Sir Billy Snedden
|Leader of the Opposition|
20 December 1972 – 21 March 1975
|Prime Minister||Gough Whitlam|
|Preceded by||Gough Whitlam|
|Succeeded by||Malcolm Fraser|
|Speaker of the House of Representatives|
17 February 1976 – 4 February 1983
|Preceded by||Gordon Scholes|
|Succeeded by||Harry Jenkins Sr.|
Billy Mackie Snedden
31 December 1926
West Perth, Western Australia, Australia
|Died||27 June 1987 (aged 60)|
Rushcutters Bay, New South Wales, Australia
|Education||Highgate State School|
Perth Boys' School
Perth Technical College
|Alma mater||University of Western Australia|
Snedden was born in Perth, Western Australia. He served in the Royal Australian Air Force during World War II, and then studied law at the University of Western Australia. From 1951 to 1952, he was the inaugural federal chairman of the Young Liberal Movement. After a period working overseas for the Department of Immigration, Snedden returned to Australia in 1954 and settled in Melbourne. He was elected to the House of Representatives the following year, aged 28.
In 1964, Snedden was elevated to cabinet by Robert Menzies. He served as a government minister until the Liberal government's defeat at the 1972 election, under an additional four prime ministers. Snedden spent periods as Attorney-General (1964–1966), Minister for Immigration (1966–1969), Minister for Labour and National Service (1969–1971), and Treasurer (1971–1972). He was elected deputy leader of the Liberal Party in 1971, and replaced William McMahon as leader after the following year's election loss, thus becoming Leader of the Opposition.
Snedden led the Liberal Party to the 1974 federal election, which saw the Labor Party retain government with a narrow majority. Malcolm Fraser mounted two leadership challenges in early 1975, winning on the second attempt; by the end of the year he was prime minister. Snedden was elected to the speakership when the parliament next sat. He held the position for almost seven years, gaining a reputation for impartiality. In retirement, Snedden served as chairman of the Melbourne Football Club and on the board of the Victorian Football League. The unusual circumstances of his death in 1987 attracted much public interest.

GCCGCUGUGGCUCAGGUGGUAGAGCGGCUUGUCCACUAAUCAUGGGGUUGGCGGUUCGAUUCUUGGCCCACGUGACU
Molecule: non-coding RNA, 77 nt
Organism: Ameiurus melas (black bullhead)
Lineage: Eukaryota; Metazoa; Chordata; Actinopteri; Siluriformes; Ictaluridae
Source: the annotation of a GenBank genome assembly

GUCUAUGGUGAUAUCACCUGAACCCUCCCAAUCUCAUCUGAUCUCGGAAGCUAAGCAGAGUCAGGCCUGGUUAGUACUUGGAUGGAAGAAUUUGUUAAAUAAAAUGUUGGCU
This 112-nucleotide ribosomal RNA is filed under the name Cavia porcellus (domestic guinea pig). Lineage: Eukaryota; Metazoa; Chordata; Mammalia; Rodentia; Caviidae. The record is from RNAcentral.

Birth and family backgroundEdit
Snedden was born on 31 December 1926 at a private hospital in Newcastle Street, West Perth, Western Australia. He was the youngest of six children born to Catherine (née Mackie) and Alan Snedden. His mother was 43 years old when he was born, and his siblings – one sister and four brothers – were much older than him.[a] Snedden's parents were born in Alva, Clackmannanshire, Scotland, and spoke "broad Scots". His grandparents were illiterate, and his parents had only limited schooling; they were both from coal-mining families. They immigrated to Australia in 1912 with their three oldest children, initially settling in the remote mining town of Meekatharra. The family moved to Perth in about 1921, after their house in Meekatharra burned down. Snedden's father worked mostly as a stonemason, but also spent periods as a miner and general labourer when better work was not available. He reputedly left Scotland to escape a paternity suit, and had earlier been in trouble with the law for poaching. The family name was originally "Snaddon" (or "Snadon"), but was changed upon arrival in Australia.
Snedden grew up in Perth's inner north near the suburb of Highgate, living initially on Robinson Avenue and later on Bulwer Street. His father left home when he was about three or four years old, and they had only limited contact thereafter. His oldest brother Bob became the family's main breadwinner, while his mother worked as a laundress and his other siblings also found jobs. He was close to his sister Jean, who often babysat him. Snedden worked part-time from about the age of eight, helping his brothers on construction sites and selling and delivering newspapers. He began his schooling at Highgate Primary School, and later attended the Perth Boys' School through to the ninth grade.
Snedden left school in April 1942 and began working as a junior law clerk for Thomas Hughes, who was a solicitor and independent state MP. He would not normally have been considered qualified for the job, but there was a shortage of applicants due to the war. Snedden was eventually able to receive his leaving certificate by attending night school at Perth Technical College. He fell out with Hughes late in 1943, and in January 1944 began working as a clerk at the Commonwealth Crown Solicitor's office. He was a talented sportsman as a youth, and played a few games for the West Perth Football Club during the 1944 WANFL season, at a time when the competition was age-restricted. He later represented Western Australia at the Australian Amateur Football Carnival in Melbourne in 1951.